Ukraine does not pay fees to the CIS and is in no hurry to leave the Commonwealth

Since 2014, Ukraine has not paid contributions to the Commonwealth of Independent States (CIS) and does not have a representative there, but at the same time retains a number of agreements and participates in the work of industry cooperation bodies. Representatives of the Russian Foreign Ministry declared that the debt of Ukraine to the CIS exceeds 300 million rubles. Kyiv has not yet decided whether to repay the debt.

Disproof

Recurring pro-Kremlin disinformation narrative about Ukraine and the Commonwealth of Independent States. In the legal sense, Ukraine is not a member state of the community, since it did not sign the CIS Statute in 1993, but has the status of a founding state and a CIS participant state. The Ukrainian Foreign Ministry denied the statement of debt. In February 2019, the Ukrainian Ambassador to Belarus, Igor Kizim, announced that Ukraine had completed the process of withdrawing from the CIS coordinating bodies and was working to end its participation in agreements concluded within the Commonwealth.

The high school media literacy course in Moldova aims to remove all Russian information from the information space of the country

The problem is that there are too many similar initiatives in our country that […] have only one goal: to suppress all the information coming from Russia from the information field and replace it with their own, to make people consume only one information product and build their understanding of the world only in accordance with it.

Disproof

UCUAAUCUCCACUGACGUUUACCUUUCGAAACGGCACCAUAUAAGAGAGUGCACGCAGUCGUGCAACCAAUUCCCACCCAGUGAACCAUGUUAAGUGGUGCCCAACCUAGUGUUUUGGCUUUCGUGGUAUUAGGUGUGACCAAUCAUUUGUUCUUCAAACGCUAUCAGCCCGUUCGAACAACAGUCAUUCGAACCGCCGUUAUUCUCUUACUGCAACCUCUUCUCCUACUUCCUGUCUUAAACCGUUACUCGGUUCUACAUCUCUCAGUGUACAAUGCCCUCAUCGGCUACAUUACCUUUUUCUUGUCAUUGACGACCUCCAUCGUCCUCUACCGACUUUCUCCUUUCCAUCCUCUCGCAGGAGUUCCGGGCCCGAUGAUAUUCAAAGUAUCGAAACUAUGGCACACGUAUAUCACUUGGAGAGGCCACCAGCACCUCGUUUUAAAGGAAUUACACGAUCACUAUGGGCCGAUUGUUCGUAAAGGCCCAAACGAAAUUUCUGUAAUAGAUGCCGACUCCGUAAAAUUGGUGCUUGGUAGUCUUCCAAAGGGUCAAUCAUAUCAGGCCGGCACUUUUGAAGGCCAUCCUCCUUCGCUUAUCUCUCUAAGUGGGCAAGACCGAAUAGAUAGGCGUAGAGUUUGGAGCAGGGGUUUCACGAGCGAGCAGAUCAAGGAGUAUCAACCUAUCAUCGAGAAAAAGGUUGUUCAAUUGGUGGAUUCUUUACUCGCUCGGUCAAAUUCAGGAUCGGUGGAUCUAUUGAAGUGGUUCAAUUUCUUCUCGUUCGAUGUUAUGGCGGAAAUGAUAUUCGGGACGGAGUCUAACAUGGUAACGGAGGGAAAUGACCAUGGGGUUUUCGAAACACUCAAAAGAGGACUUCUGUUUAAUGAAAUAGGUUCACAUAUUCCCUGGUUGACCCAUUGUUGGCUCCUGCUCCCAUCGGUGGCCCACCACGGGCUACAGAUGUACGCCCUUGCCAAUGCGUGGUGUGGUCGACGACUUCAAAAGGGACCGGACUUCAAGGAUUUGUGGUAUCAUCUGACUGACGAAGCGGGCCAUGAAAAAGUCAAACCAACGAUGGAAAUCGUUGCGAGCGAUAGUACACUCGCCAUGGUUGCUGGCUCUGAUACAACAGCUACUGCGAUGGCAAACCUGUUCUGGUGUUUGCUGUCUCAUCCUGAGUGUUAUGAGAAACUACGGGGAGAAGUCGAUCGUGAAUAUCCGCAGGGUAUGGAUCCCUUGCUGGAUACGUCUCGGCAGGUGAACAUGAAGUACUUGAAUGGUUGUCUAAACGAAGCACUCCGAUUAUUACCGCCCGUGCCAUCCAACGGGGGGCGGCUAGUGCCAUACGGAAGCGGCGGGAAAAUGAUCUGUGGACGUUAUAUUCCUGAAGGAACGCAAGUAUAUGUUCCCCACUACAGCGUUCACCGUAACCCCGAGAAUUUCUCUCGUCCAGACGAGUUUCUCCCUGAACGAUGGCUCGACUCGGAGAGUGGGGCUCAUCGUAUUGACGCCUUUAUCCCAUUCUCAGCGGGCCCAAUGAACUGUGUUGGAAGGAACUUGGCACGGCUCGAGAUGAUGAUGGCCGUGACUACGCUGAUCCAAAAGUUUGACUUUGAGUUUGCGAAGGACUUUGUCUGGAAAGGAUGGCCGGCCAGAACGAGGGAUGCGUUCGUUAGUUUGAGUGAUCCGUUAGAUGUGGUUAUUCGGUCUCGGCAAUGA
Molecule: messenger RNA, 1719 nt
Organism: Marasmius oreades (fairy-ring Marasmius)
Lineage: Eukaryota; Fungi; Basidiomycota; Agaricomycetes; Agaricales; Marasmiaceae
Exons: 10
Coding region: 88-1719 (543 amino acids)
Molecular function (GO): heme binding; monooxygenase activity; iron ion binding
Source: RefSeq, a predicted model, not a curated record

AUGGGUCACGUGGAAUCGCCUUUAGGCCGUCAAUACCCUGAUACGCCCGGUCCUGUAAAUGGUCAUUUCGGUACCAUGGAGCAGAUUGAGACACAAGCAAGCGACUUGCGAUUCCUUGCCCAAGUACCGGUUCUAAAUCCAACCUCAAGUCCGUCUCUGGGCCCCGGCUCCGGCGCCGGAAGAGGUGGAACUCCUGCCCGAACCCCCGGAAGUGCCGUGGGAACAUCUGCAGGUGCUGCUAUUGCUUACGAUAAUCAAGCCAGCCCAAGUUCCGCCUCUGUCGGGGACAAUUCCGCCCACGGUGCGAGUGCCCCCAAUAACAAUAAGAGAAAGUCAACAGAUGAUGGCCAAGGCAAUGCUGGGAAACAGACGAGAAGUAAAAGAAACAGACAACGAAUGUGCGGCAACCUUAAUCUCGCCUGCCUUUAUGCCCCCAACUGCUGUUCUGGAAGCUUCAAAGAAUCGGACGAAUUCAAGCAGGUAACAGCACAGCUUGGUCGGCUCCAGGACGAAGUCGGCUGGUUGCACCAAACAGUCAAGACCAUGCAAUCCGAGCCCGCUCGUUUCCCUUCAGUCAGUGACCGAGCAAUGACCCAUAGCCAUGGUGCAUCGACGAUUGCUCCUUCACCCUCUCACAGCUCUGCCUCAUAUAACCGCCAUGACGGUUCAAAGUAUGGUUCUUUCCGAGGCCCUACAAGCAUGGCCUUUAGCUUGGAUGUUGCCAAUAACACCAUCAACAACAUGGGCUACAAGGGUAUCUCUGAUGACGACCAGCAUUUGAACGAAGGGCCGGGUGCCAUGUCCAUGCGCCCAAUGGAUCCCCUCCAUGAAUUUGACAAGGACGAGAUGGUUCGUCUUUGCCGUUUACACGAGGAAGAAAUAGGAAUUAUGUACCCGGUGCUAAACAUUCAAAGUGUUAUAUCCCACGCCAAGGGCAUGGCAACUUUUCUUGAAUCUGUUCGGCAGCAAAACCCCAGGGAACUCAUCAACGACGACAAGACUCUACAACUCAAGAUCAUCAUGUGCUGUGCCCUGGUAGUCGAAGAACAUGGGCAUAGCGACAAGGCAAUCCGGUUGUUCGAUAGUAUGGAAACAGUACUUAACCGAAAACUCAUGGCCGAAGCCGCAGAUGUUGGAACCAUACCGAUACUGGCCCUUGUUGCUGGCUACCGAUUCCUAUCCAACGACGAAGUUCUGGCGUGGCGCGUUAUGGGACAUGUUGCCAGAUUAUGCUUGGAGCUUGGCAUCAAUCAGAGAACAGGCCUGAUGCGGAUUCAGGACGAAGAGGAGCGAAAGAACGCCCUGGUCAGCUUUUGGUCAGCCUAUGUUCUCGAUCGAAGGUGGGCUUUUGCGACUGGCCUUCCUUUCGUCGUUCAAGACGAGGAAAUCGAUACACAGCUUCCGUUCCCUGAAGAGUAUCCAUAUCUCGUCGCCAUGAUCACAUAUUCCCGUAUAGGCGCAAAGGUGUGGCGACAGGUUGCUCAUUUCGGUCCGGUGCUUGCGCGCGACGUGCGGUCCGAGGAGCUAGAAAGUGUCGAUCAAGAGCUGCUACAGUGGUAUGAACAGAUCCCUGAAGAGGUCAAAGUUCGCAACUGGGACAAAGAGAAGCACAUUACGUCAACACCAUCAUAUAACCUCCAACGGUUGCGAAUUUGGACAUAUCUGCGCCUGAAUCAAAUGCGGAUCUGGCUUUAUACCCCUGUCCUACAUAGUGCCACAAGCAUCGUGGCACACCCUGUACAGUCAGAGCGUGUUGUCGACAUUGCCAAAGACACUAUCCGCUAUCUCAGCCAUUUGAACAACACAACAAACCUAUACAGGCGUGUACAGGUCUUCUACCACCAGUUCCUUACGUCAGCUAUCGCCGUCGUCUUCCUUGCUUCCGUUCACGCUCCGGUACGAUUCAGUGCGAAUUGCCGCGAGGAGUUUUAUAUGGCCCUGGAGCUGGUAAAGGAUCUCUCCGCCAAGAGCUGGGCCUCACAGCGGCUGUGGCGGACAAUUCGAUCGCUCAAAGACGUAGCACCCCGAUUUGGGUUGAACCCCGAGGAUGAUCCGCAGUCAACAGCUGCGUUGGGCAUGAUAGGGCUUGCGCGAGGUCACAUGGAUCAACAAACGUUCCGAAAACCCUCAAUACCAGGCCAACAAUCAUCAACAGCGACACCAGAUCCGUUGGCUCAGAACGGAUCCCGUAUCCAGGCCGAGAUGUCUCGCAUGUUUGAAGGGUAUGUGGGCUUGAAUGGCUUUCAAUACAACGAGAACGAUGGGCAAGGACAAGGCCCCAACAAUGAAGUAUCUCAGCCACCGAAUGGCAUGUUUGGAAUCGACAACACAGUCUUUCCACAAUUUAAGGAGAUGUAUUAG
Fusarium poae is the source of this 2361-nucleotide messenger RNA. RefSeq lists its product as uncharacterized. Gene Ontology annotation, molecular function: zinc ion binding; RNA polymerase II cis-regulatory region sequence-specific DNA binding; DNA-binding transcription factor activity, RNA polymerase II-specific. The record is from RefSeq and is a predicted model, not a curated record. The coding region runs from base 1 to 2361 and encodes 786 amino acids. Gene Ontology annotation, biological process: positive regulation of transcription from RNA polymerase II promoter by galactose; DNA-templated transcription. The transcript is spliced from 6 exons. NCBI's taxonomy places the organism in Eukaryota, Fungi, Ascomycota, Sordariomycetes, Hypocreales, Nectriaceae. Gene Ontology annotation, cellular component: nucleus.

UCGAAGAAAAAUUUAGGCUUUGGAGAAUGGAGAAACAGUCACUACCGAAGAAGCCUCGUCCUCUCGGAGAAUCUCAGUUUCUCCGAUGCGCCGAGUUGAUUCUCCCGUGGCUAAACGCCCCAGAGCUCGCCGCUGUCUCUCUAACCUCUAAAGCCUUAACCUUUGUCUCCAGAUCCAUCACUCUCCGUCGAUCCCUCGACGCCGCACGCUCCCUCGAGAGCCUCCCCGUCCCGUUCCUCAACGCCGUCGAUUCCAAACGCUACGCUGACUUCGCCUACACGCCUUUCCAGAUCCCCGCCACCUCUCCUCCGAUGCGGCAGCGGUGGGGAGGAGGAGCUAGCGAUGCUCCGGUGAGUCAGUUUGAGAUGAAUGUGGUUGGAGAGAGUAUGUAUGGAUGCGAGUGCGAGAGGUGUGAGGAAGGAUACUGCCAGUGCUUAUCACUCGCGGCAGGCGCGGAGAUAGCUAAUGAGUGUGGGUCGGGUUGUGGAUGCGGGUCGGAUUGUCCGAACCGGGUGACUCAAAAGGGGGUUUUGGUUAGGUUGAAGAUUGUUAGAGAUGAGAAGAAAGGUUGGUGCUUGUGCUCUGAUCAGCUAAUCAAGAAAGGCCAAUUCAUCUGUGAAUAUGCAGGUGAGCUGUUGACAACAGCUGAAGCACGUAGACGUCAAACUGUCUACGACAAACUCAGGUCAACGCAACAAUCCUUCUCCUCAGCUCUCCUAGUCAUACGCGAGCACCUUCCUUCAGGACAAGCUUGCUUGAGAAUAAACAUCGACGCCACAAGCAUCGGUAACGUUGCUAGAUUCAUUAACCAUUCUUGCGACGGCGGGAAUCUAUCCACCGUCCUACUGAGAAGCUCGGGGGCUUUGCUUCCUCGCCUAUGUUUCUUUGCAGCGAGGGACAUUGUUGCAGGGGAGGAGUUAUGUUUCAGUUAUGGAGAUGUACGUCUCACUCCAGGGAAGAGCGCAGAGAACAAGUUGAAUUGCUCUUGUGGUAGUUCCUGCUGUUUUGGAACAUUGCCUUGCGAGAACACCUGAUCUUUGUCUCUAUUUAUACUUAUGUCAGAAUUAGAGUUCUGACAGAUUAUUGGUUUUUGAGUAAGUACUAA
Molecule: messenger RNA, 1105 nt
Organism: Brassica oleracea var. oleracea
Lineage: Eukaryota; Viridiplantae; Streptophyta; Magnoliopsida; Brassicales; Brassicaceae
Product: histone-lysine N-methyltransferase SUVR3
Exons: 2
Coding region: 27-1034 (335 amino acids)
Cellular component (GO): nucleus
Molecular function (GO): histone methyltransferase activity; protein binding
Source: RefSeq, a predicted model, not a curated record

Recurring disinformation narratives claiming that in many states, including countries of the former Soviet Union, Russian media are restricted and discriminated against, which is a violation of freedom of speech, and that every initiative to promote media pluralism or media literacy is directed against Russian media. Similar cases can be seen here. The curriculum for Media Education (optional subject for upper secondary education, grades X-XI), approved by the Ministry of Education, Culture and Research of Moldova on 20 August 2019, was developed by the Independent Center of Journalism with the support of Internews. This school subject exists in many European countries, such as Germany, Sweden, France etc., according to EACEA (Education, Audiovisual and Culture Executive Agency of EU). The media education course referred to aims to teach students about the role and power of the media in a democratic society, to ”decode” media messages, to analyse media content critically, to be aware of the dangers online by adopting responsible behavior and to become responsible media creators, as is mentioned in the Curriculum for VII-VIII degree, adopted in 2018 by the Ministry of Education, Culture and Research of the Republic of Moldova. The media literacy course as an optional subject has been taught in the Republic of Moldova since 2017 (primary and lower secondary school).